20 Popular Desserts in Singapore
Borrowing from various cultures, Singapore’s dessert scene is inspired by a diverse mix of Asian flavors. This multi-ethnic city features a wide selection of sweet and savory treats, many of which are traditional staples for family gatherings and cultural holidays.
Although many share common ingredients that are popular across Southeast Asia, each dessert has its own unique and distinctive personality. More than taste, the texture and color are important elements. From refreshing cold desserts to warm comfort foods, you won’t find yourself short of after-meal options here in Singapore.
Let’s round up the 20 most popular desserts in Singapore.
1. Nyonya Kueh
Nyonya refers to the Peranakan culture, which can still be seen today from the multi-colored shophouses scattered around Singapore. Nyonya kueh (cakes) comprise an equally colorful selection of bite-sized treats.
They are usually made with rice flour and coconut milk, with sweet additions such as gula melaka (palm sugar), pandan juice, and coconut flakes. These common ingredients create a wide variety of colors, textures, and flavors that make nyonya kueh a simple, yet classic dessert.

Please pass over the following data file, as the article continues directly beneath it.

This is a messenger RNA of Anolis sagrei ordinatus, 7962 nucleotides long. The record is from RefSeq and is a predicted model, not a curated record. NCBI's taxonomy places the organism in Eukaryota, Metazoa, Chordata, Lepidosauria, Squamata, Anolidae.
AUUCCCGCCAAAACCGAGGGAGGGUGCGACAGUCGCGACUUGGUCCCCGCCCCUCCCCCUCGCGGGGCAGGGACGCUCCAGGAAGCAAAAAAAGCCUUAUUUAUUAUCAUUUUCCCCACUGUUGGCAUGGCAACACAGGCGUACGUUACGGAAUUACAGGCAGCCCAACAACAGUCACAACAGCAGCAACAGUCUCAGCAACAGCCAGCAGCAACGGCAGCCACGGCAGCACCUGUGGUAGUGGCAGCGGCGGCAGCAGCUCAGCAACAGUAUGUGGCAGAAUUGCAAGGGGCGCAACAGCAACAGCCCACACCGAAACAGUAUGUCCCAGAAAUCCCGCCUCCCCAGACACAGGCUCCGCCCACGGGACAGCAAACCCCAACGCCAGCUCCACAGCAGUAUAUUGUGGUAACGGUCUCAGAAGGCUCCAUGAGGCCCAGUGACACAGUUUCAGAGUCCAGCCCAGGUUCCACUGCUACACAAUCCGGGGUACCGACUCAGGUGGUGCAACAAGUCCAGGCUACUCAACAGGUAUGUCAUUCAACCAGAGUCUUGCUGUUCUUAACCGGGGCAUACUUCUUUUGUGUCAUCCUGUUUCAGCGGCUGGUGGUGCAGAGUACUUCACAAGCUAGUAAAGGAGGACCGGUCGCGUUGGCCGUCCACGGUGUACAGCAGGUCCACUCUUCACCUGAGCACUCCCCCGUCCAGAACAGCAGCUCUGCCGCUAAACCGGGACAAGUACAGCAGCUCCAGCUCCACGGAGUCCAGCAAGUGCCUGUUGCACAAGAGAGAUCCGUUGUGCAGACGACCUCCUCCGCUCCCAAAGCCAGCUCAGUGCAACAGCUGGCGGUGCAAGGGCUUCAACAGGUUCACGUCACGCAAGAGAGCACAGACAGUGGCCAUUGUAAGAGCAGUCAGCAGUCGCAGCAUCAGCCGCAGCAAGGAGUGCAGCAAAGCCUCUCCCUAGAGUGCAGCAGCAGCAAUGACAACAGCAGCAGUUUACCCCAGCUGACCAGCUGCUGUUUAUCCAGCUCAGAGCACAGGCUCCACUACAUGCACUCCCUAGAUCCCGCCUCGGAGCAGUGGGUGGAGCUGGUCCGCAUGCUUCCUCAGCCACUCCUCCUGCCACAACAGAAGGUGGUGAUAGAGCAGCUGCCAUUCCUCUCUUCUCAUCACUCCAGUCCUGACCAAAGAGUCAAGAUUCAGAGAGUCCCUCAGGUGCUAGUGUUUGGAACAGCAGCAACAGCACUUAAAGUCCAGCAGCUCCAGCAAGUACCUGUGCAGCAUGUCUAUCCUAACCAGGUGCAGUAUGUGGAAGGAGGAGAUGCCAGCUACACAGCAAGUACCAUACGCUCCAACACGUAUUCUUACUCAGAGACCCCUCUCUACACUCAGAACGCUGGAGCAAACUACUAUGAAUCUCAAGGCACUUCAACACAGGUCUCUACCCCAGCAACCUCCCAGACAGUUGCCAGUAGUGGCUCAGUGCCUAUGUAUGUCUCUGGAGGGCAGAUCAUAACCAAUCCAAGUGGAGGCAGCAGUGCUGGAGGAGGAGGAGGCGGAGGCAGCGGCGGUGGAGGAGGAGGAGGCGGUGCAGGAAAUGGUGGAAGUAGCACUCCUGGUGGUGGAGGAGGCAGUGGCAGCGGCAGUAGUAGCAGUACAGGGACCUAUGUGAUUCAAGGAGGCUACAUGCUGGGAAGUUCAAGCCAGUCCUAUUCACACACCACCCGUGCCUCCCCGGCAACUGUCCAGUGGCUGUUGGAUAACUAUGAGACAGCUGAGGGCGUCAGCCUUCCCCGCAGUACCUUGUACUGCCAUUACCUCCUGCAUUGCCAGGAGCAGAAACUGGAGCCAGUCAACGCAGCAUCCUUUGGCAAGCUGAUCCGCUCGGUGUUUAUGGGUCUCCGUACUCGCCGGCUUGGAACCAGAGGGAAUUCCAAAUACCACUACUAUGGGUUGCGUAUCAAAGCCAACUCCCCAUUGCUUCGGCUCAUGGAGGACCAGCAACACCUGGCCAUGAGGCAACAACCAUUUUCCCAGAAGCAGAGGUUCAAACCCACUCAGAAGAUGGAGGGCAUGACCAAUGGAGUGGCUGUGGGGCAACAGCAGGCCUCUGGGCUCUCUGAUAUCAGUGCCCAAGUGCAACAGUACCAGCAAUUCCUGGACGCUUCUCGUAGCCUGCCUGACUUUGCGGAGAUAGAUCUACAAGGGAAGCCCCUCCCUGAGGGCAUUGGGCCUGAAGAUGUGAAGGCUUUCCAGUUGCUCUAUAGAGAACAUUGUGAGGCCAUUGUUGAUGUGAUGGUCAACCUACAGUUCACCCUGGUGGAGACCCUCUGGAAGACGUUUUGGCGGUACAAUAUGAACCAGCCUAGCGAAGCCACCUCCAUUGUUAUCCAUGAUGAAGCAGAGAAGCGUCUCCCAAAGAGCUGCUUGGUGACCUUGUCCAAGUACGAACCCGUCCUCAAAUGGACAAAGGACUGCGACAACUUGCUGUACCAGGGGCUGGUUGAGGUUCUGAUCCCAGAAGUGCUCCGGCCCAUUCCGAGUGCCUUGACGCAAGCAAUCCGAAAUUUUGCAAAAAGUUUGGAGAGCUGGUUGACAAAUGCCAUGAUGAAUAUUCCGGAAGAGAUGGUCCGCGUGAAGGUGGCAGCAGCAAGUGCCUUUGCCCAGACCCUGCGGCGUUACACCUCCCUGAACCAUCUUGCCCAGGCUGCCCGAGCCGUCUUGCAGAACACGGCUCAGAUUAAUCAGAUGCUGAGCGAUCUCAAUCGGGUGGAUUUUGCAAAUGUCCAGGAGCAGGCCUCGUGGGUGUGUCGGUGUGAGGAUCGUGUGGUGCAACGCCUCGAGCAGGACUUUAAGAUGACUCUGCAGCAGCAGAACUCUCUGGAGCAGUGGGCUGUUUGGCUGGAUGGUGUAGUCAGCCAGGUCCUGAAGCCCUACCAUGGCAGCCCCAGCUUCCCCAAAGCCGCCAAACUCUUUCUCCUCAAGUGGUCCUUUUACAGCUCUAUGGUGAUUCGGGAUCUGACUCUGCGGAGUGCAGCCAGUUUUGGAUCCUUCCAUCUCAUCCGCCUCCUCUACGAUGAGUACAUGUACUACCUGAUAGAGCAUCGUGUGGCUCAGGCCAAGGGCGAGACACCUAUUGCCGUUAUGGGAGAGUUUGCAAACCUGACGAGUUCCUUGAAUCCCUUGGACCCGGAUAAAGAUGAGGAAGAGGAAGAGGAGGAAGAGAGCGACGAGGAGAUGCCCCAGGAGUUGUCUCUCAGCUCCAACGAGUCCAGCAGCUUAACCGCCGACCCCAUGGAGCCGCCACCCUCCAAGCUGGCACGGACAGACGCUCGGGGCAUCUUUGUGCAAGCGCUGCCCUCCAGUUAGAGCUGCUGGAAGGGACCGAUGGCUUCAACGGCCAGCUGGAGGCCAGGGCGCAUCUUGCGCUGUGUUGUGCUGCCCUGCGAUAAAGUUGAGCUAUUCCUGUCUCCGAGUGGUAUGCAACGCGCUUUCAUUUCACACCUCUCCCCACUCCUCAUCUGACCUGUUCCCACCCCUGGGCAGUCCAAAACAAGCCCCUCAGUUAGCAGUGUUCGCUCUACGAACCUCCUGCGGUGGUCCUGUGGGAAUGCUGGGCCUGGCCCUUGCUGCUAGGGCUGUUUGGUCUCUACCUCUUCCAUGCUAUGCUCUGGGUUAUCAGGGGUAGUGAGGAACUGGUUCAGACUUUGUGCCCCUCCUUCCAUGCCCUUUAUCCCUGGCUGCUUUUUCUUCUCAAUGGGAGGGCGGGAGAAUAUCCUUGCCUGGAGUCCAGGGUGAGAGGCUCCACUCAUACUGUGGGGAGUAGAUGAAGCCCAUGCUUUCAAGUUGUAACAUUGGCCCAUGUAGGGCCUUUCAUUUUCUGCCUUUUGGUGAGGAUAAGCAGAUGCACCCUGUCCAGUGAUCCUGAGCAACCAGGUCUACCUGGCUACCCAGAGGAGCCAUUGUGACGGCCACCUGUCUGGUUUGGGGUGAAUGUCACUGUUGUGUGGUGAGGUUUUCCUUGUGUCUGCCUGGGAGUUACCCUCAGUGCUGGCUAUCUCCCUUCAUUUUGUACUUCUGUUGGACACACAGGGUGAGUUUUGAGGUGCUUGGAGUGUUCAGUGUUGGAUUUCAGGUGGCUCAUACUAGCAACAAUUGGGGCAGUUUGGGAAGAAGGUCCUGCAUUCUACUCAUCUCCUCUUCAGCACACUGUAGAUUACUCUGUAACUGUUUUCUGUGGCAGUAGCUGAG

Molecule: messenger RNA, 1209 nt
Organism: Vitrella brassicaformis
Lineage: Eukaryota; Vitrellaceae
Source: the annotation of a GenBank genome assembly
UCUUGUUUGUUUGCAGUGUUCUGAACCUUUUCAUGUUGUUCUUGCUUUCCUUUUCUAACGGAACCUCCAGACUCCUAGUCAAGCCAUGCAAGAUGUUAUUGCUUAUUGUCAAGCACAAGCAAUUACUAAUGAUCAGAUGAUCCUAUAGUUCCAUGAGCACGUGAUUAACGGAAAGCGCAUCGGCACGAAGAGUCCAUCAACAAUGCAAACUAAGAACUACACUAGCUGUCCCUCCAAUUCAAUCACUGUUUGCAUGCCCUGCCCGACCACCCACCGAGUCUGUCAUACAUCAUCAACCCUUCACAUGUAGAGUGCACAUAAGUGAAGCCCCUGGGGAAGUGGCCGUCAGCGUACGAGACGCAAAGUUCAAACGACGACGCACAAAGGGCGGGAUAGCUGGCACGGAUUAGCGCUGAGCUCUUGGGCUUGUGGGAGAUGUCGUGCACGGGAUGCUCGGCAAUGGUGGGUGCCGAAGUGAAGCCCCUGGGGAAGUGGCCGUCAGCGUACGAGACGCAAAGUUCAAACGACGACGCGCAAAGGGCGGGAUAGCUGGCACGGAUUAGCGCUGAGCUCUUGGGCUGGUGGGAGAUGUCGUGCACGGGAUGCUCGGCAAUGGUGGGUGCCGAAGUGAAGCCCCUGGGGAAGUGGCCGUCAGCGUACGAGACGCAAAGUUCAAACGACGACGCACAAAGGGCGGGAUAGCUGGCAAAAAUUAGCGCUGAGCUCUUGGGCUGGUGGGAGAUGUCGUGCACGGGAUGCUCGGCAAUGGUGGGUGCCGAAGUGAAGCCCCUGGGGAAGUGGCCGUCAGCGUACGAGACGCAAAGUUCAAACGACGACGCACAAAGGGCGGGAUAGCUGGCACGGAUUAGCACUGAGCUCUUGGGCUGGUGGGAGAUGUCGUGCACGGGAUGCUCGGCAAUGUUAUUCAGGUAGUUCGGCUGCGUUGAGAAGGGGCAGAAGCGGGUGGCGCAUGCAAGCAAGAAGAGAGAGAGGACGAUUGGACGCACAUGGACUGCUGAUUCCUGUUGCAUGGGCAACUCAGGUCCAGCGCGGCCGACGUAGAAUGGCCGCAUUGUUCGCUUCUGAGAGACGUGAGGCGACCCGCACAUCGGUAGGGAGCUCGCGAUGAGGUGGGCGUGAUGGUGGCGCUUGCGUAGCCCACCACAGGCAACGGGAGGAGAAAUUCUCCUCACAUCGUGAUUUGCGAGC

2. Ondeh Ondeh and Tutu Kueh
A popular choice of nyonya kueh is ondeh ondeh – glutinous rice balls winfused with pandan juice and coated with grated coconut. It is advisable to eat these in one go as, upon biting into its soft, chewy exterior, the rice ball bursts open in a sweet flavor explosion of gula melaka syrup.
Another well-loved sweet is tutu kueh. These are made by packing rice flour and gula melaka (or peanuts) into stainless steel molds, which are then covered with a small square of pandan leaf and steamed. The end result is a round white cake with a distinctive flower-shaped imprint.
Served hot and freshly-made, this is a dessert that is soft to the bite, with a fun crunch from the gula melaka or peanut filling.
The name chendol refers to the soft, pandan-green jelly noodles that are unique to this dessert. The chendol jellies are served with kidney beans on shaved ice, which is soaked in coconut milk, and an aromatic syrup made with gula melaka and pandan leaves – a sweet and refreshing treat that can be enjoyed as a cold dessert or drink.
4. Ais Kacang/Ice Kachang
Ais kacang (Malay for bean ice) is a Malaysian dessert traditionally consisting of red beans and a mound of shaved ice which is saturated in sweet, colorful syrups to make for a refreshing, vibrant treat.
Adding to the flavor and texture of this dessert, condensed or evaporated milk and gula melaka syrup can also be drizzled on top, along with other popular ingredients like sweet corn, jellies, ice cream, and peanuts.
5. Cheng Tng
Cheng tng translates as clear soup and is a Chinese dessert consisting of ingredients such as dried longan, red dates, white fungus, and pearl barley – all of which have various nutritional properties.